10.15am Time for a quick cup of coffee before I meet the rest of the FSIA team at 10.30. We have a lot of issues to discuss. The FSIA has undergone a period of strategic review and since my appointment a couple of months ago the team has been busy implementing change. Our agenda over the next month or so is fairly tight. Re-branding, FSIA Members Survey, participation in the US/Ireland Business Summit, our Annual Golf event, Annual Dinner, Budget 2003, IFSRA, British Inland Revenue CFC legislation, Post-PPF issues, etc, etc. Regular reviews of progress are essential to ensure everything is on target and that all is well.

12.30pm Team meeting over and I have time to catch up on the morning’s email and return some missed calls. Without doubt, playing phone tag is one of the cruellest forms of office torture - it is right up there with server shutdowns.

1.00pm Time for lunch and a chance to catch up with some friends over a bite to eat.

2.00pm Back to work. The FSIA is a membership organisation and our members drive the agenda - our job is to represent the financial services industry effectively, deliver relevant services and achieve change. Having discussed, at the team meeting, some of the tax and regulatory concerns being raised by members, I settle down to following up on these issues. This involves sounding out a few members on their precise areas of concern. This process is driven by the need to achieve consensus on what needs to be done and how to do it. FSIA membership covers the broad spectrum of the financial services sector and is an invaluable network of expertise. Having both institutions and service providers in membership allows us to really reflect the broad spectrum of views within the industry. This also presents a challenge when trying to reach a consensus view - it is time consuming but it is almost always possible to achieve. The bottom line is that having this broad range of membership ensures that our voice is listened to when we speak to government and its agencies. Having worked previously in other areas of business representation I know that this access and trust is a real asset.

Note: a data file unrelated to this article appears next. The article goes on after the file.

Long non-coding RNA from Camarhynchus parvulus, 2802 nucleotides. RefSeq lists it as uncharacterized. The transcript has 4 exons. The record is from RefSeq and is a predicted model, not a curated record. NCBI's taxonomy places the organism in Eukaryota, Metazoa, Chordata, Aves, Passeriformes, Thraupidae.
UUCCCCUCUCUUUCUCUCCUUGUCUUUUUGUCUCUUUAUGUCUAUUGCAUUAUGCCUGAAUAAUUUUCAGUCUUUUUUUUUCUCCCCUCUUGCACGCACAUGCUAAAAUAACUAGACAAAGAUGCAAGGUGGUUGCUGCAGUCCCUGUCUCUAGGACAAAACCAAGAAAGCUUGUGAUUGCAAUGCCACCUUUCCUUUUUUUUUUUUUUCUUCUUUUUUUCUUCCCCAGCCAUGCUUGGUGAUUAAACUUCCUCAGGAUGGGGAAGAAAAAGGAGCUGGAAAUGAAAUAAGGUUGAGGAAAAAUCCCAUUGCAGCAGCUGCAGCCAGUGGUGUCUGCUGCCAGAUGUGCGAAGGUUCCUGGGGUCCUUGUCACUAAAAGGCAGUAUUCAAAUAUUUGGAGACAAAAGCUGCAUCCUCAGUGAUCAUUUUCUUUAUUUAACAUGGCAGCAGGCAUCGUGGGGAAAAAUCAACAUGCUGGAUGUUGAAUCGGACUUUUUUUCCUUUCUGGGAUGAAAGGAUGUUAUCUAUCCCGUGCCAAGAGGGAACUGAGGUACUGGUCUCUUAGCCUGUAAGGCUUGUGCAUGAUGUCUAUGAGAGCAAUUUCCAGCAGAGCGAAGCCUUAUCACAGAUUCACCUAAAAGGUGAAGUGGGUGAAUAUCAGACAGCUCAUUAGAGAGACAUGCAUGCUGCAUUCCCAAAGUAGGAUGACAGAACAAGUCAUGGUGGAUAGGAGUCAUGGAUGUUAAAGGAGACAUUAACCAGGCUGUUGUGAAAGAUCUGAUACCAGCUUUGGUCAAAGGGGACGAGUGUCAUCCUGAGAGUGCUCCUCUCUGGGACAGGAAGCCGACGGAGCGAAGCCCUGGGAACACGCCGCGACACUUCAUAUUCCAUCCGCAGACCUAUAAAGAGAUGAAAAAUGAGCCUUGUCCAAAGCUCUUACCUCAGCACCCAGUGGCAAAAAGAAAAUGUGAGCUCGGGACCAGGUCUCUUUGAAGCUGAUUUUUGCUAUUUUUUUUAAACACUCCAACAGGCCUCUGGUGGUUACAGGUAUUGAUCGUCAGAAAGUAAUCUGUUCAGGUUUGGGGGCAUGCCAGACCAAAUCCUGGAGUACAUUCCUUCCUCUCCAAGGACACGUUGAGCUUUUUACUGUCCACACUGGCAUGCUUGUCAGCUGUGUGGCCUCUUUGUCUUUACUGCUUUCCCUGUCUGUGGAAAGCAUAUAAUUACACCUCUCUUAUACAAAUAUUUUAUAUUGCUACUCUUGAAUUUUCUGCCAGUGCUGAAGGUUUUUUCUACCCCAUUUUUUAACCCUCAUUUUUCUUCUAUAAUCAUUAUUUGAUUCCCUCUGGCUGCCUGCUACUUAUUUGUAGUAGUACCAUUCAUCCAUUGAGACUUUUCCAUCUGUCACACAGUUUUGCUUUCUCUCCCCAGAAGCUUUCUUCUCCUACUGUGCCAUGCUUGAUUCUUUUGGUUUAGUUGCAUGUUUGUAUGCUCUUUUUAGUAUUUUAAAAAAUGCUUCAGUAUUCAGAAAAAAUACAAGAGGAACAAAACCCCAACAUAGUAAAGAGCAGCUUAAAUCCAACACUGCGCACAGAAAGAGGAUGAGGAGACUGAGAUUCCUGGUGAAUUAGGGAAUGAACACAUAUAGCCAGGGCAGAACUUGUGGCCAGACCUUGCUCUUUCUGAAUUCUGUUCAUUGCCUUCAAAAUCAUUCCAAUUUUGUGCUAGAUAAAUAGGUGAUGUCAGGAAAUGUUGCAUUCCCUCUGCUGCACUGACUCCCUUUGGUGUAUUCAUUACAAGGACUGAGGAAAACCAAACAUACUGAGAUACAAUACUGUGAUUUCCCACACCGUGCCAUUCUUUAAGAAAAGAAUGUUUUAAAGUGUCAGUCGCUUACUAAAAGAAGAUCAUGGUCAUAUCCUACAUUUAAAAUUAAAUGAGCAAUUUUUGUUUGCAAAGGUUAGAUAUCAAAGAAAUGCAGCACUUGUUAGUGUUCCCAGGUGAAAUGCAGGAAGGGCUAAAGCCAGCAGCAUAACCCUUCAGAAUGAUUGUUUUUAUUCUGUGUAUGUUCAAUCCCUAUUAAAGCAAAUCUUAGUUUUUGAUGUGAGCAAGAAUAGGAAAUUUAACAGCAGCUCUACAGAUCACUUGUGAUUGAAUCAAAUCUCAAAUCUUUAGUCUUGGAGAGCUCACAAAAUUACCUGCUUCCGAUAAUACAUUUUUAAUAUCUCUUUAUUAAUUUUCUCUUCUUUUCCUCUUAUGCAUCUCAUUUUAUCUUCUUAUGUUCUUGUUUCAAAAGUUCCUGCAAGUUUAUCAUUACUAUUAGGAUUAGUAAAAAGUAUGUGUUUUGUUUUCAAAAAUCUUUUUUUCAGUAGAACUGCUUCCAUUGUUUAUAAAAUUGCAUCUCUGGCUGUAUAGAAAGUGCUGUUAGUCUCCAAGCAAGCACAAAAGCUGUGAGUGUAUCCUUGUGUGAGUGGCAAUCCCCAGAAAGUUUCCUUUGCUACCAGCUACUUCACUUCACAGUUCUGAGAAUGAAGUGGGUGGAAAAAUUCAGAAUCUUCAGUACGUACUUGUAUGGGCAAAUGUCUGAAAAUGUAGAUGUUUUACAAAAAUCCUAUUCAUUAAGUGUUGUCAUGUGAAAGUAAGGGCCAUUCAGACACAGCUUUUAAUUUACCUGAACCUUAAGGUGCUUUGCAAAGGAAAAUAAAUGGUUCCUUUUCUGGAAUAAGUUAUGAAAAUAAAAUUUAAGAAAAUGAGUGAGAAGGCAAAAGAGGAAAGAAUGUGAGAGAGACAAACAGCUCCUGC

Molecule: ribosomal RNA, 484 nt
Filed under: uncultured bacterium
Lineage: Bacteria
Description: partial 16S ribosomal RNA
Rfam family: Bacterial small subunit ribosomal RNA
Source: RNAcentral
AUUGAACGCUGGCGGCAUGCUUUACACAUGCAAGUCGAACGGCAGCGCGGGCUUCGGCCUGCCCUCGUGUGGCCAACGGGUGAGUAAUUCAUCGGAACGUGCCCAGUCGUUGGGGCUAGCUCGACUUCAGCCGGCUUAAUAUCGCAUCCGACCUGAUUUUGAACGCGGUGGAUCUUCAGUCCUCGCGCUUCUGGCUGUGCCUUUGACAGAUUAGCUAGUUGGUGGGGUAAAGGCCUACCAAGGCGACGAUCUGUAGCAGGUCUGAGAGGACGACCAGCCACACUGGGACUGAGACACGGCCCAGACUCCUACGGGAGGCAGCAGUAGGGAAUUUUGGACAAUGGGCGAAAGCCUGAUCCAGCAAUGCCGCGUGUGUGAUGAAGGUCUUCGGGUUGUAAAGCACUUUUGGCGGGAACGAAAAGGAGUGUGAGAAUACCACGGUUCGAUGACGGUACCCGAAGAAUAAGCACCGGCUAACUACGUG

4.00pm I review my ‘Must do before you go’ list - it is the small things that seem to take the most amount of time. I have one last cup of coffee (I have a two a day maximum, otherwise I begin to feel edgy!) and brace myself for the final hurdle.

5.00pm I break for a short meeting with a colleague about some recruitment issues that need to be set in motion - the pressure in the labour market certainly seem to have eased and it appears that candidates are beginning to have more realistic expectations.

5.30pm I have one last chat with the team to wrap up any outstanding issues - no problems so I can look forward to a worry free break! We also discuss why it is that nearly everyone from outside Dublin feels duty bound to support the GAA team playing against Dublin. We don’t come to any conclusions on the issue.

6.00pm I return to my outstanding list of things to do - which I now regret drawing up! I get a call from some of my ex-MBA college pals about meeting up for a quick drink. Al is meeting up with some friends so I have a night pass! By 7.45 I am finally finished (not before time), I leave the car in the car park and head off for a few well deserved drinks.